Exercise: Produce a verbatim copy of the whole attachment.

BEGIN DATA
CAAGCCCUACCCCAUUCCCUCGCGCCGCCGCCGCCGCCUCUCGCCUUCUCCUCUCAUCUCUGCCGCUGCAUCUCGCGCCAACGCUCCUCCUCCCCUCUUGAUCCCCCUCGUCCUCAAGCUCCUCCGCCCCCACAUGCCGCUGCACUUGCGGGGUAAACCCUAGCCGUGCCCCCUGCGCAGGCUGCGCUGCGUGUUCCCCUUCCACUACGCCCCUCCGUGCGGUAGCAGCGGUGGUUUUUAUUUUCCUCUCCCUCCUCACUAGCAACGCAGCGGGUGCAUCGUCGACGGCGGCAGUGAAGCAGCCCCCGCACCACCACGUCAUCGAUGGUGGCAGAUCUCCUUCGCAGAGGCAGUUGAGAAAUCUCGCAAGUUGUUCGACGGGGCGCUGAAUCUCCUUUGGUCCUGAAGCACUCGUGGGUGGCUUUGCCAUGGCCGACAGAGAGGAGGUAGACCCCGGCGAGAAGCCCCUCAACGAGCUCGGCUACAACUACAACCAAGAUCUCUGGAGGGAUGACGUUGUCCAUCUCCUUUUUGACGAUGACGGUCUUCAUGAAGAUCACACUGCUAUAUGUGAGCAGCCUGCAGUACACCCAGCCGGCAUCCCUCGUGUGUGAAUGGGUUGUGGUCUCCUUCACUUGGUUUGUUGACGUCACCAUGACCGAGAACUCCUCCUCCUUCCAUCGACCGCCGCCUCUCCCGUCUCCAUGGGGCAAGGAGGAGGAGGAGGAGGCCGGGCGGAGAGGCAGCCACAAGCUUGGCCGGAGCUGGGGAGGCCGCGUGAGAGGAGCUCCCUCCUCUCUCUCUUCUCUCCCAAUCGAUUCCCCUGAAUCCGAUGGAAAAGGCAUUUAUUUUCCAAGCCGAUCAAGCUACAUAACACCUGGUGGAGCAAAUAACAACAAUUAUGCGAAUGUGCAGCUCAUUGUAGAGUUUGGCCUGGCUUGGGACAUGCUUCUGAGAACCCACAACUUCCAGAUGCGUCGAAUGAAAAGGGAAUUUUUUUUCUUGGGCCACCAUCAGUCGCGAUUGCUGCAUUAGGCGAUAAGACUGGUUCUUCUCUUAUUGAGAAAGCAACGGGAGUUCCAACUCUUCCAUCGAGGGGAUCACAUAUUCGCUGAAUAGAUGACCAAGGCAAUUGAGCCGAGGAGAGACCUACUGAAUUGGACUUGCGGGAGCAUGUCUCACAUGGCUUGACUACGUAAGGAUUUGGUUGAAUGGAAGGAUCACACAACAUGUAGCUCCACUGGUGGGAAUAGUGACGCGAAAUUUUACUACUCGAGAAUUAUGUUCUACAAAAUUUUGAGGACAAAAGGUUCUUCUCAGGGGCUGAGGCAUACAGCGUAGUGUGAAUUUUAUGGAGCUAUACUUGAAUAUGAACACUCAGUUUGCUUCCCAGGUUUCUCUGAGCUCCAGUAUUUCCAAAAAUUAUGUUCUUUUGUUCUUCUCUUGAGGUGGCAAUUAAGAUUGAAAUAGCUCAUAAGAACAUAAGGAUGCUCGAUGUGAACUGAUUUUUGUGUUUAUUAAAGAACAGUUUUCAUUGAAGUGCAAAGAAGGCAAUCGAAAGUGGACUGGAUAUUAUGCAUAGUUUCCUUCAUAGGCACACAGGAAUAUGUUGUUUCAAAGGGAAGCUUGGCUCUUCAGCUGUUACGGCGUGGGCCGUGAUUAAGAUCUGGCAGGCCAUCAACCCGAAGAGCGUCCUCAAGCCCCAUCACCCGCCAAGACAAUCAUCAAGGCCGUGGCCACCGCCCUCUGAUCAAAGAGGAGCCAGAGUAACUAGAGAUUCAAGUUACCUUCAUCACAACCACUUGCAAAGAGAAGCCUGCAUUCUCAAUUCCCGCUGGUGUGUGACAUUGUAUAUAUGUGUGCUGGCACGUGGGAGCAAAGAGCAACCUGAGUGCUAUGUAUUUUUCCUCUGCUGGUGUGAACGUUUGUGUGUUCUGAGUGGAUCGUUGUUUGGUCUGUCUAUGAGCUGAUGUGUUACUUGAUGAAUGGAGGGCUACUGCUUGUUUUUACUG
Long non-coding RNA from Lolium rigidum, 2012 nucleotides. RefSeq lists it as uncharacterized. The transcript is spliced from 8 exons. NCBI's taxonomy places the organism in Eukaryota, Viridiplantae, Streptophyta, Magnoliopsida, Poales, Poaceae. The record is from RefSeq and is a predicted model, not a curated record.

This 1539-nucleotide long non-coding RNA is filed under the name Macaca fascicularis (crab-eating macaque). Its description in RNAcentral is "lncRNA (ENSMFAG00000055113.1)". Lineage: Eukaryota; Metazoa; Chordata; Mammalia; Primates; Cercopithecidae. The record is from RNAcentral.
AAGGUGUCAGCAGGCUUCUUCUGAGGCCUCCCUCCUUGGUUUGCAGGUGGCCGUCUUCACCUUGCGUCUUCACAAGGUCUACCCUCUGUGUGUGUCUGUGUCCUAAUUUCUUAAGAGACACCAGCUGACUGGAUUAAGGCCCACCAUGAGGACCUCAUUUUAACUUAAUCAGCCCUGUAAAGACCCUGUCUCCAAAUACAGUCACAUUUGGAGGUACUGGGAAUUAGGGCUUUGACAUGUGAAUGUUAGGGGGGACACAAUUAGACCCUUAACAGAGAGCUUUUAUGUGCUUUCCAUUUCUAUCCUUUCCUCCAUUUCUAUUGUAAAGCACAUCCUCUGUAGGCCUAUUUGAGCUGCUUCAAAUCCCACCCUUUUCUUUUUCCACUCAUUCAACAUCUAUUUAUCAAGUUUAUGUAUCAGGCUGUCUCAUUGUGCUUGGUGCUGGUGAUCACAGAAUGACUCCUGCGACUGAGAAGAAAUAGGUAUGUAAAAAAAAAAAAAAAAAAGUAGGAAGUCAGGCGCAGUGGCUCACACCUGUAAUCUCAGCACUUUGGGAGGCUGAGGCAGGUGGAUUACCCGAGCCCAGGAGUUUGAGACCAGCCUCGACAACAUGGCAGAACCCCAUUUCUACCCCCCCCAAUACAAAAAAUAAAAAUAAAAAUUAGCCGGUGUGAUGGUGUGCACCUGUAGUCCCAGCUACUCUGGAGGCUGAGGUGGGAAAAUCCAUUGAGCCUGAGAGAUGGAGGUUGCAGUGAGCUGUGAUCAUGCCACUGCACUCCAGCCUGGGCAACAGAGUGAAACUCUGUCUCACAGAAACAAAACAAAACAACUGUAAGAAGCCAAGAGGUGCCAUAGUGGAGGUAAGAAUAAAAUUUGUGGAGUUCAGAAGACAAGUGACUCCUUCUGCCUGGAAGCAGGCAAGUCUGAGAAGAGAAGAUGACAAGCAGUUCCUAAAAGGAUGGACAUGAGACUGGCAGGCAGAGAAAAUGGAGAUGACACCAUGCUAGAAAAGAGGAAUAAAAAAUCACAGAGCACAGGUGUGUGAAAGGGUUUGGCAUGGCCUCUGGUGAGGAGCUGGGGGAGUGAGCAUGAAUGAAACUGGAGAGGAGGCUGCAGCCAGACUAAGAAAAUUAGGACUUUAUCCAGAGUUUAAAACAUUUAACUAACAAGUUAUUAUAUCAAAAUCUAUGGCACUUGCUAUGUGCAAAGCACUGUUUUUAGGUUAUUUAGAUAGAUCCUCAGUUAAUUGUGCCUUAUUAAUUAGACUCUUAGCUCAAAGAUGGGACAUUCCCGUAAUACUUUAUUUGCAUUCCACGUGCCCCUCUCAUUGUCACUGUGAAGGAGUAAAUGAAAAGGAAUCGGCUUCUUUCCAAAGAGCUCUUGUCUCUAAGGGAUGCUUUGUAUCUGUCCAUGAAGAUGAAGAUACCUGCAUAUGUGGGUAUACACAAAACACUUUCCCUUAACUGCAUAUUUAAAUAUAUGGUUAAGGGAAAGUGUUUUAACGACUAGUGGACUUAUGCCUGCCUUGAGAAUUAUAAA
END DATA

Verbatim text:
CAAGCCCUACCCCAUUCCCUCGCGCCGCCGCCGCCGCCUCUCGCCUUCUCCUCUCAUCUCUGCCGCUGCAUCUCGCGCCAACGCUCCUCCUCCCCUCUUGAUCCCCCUCGUCCUCAAGCUCCUCCGCCCCCACAUGCCGCUGCACUUGCGGGGUAAACCCUAGCCGUGCCCCCUGCGCAGGCUGCGCUGCGUGUUCCCCUUCCACUACGCCCCUCCGUGCGGUAGCAGCGGUGGUUUUUAUUUUCCUCUCCCUCCUCACUAGCAACGCAGCGGGUGCAUCGUCGACGGCGGCAGUGAAGCAGCCCCCGCACCACCACGUCAUCGAUGGUGGCAGAUCUCCUUCGCAGAGGCAGUUGAGAAAUCUCGCAAGUUGUUCGACGGGGCGCUGAAUCUCCUUUGGUCCUGAAGCACUCGUGGGUGGCUUUGCCAUGGCCGACAGAGAGGAGGUAGACCCCGGCGAGAAGCCCCUCAACGAGCUCGGCUACAACUACAACCAAGAUCUCUGGAGGGAUGACGUUGUCCAUCUCCUUUUUGACGAUGACGGUCUUCAUGAAGAUCACACUGCUAUAUGUGAGCAGCCUGCAGUACACCCAGCCGGCAUCCCUCGUGUGUGAAUGGGUUGUGGUCUCCUUCACUUGGUUUGUUGACGUCACCAUGACCGAGAACUCCUCCUCCUUCCAUCGACCGCCGCCUCUCCCGUCUCCAUGGGGCAAGGAGGAGGAGGAGGAGGCCGGGCGGAGAGGCAGCCACAAGCUUGGCCGGAGCUGGGGAGGCCGCGUGAGAGGAGCUCCCUCCUCUCUCUCUUCUCUCCCAAUCGAUUCCCCUGAAUCCGAUGGAAAAGGCAUUUAUUUUCCAAGCCGAUCAAGCUACAUAACACCUGGUGGAGCAAAUAACAACAAUUAUGCGAAUGUGCAGCUCAUUGUAGAGUUUGGCCUGGCUUGGGACAUGCUUCUGAGAACCCACAACUUCCAGAUGCGUCGAAUGAAAAGGGAAUUUUUUUUCUUGGGCCACCAUCAGUCGCGAUUGCUGCAUUAGGCGAUAAGACUGGUUCUUCUCUUAUUGAGAAAGCAACGGGAGUUCCAACUCUUCCAUCGAGGGGAUCACAUAUUCGCUGAAUAGAUGACCAAGGCAAUUGAGCCGAGGAGAGACCUACUGAAUUGGACUUGCGGGAGCAUGUCUCACAUGGCUUGACUACGUAAGGAUUUGGUUGAAUGGAAGGAUCACACAACAUGUAGCUCCACUGGUGGGAAUAGUGACGCGAAAUUUUACUACUCGAGAAUUAUGUUCUACAAAAUUUUGAGGACAAAAGGUUCUUCUCAGGGGCUGAGGCAUACAGCGUAGUGUGAAUUUUAUGGAGCUAUACUUGAAUAUGAACACUCAGUUUGCUUCCCAGGUUUCUCUGAGCUCCAGUAUUUCCAAAAAUUAUGUUCUUUUGUUCUUCUCUUGAGGUGGCAAUUAAGAUUGAAAUAGCUCAUAAGAACAUAAGGAUGCUCGAUGUGAACUGAUUUUUGUGUUUAUUAAAGAACAGUUUUCAUUGAAGUGCAAAGAAGGCAAUCGAAAGUGGACUGGAUAUUAUGCAUAGUUUCCUUCAUAGGCACACAGGAAUAUGUUGUUUCAAAGGGAAGCUUGGCUCUUCAGCUGUUACGGCGUGGGCCGUGAUUAAGAUCUGGCAGGCCAUCAACCCGAAGAGCGUCCUCAAGCCCCAUCACCCGCCAAGACAAUCAUCAAGGCCGUGGCCACCGCCCUCUGAUCAAAGAGGAGCCAGAGUAACUAGAGAUUCAAGUUACCUUCAUCACAACCACUUGCAAAGAGAAGCCUGCAUUCUCAAUUCCCGCUGGUGUGUGACAUUGUAUAUAUGUGUGCUGGCACGUGGGAGCAAAGAGCAACCUGAGUGCUAUGUAUUUUUCCUCUGCUGGUGUGAACGUUUGUGUGUUCUGAGUGGAUCGUUGUUUGGUCUGUCUAUGAGCUGAUGUGUUACUUGAUGAAUGGAGGGCUACUGCUUGUUUUUACUG
Long non-coding RNA from Lolium rigidum, 2012 nucleotides. RefSeq lists it as uncharacterized. The transcript is spliced from 8 exons. NCBI's taxonomy places the organism in Eukaryota, Viridiplantae, Streptophyta, Magnoliopsida, Poales, Poaceae. The record is from RefSeq and is a predicted model, not a curated record.

This 1539-nucleotide long non-coding RNA is filed under the name Macaca fascicularis (crab-eating macaque). Its description in RNAcentral is "lncRNA (ENSMFAG00000055113.1)". Lineage: Eukaryota; Metazoa; Chordata; Mammalia; Primates; Cercopithecidae. The record is from RNAcentral.
AAGGUGUCAGCAGGCUUCUUCUGAGGCCUCCCUCCUUGGUUUGCAGGUGGCCGUCUUCACCUUGCGUCUUCACAAGGUCUACCCUCUGUGUGUGUCUGUGUCCUAAUUUCUUAAGAGACACCAGCUGACUGGAUUAAGGCCCACCAUGAGGACCUCAUUUUAACUUAAUCAGCCCUGUAAAGACCCUGUCUCCAAAUACAGUCACAUUUGGAGGUACUGGGAAUUAGGGCUUUGACAUGUGAAUGUUAGGGGGGACACAAUUAGACCCUUAACAGAGAGCUUUUAUGUGCUUUCCAUUUCUAUCCUUUCCUCCAUUUCUAUUGUAAAGCACAUCCUCUGUAGGCCUAUUUGAGCUGCUUCAAAUCCCACCCUUUUCUUUUUCCACUCAUUCAACAUCUAUUUAUCAAGUUUAUGUAUCAGGCUGUCUCAUUGUGCUUGGUGCUGGUGAUCACAGAAUGACUCCUGCGACUGAGAAGAAAUAGGUAUGUAAAAAAAAAAAAAAAAAAGUAGGAAGUCAGGCGCAGUGGCUCACACCUGUAAUCUCAGCACUUUGGGAGGCUGAGGCAGGUGGAUUACCCGAGCCCAGGAGUUUGAGACCAGCCUCGACAACAUGGCAGAACCCCAUUUCUACCCCCCCCAAUACAAAAAAUAAAAAUAAAAAUUAGCCGGUGUGAUGGUGUGCACCUGUAGUCCCAGCUACUCUGGAGGCUGAGGUGGGAAAAUCCAUUGAGCCUGAGAGAUGGAGGUUGCAGUGAGCUGUGAUCAUGCCACUGCACUCCAGCCUGGGCAACAGAGUGAAACUCUGUCUCACAGAAACAAAACAAAACAACUGUAAGAAGCCAAGAGGUGCCAUAGUGGAGGUAAGAAUAAAAUUUGUGGAGUUCAGAAGACAAGUGACUCCUUCUGCCUGGAAGCAGGCAAGUCUGAGAAGAGAAGAUGACAAGCAGUUCCUAAAAGGAUGGACAUGAGACUGGCAGGCAGAGAAAAUGGAGAUGACACCAUGCUAGAAAAGAGGAAUAAAAAAUCACAGAGCACAGGUGUGUGAAAGGGUUUGGCAUGGCCUCUGGUGAGGAGCUGGGGGAGUGAGCAUGAAUGAAACUGGAGAGGAGGCUGCAGCCAGACUAAGAAAAUUAGGACUUUAUCCAGAGUUUAAAACAUUUAACUAACAAGUUAUUAUAUCAAAAUCUAUGGCACUUGCUAUGUGCAAAGCACUGUUUUUAGGUUAUUUAGAUAGAUCCUCAGUUAAUUGUGCCUUAUUAAUUAGACUCUUAGCUCAAAGAUGGGACAUUCCCGUAAUACUUUAUUUGCAUUCCACGUGCCCCUCUCAUUGUCACUGUGAAGGAGUAAAUGAAAAGGAAUCGGCUUCUUUCCAAAGAGCUCUUGUCUCUAAGGGAUGCUUUGUAUCUGUCCAUGAAGAUGAAGAUACCUGCAUAUGUGGGUAUACACAAAACACUUUCCCUUAACUGCAUAUUUAAAUAUAUGGUUAAGGGAAAGUGUUUUAACGACUAGUGGACUUAUGCCUGCCUUGAGAAUUAUAAA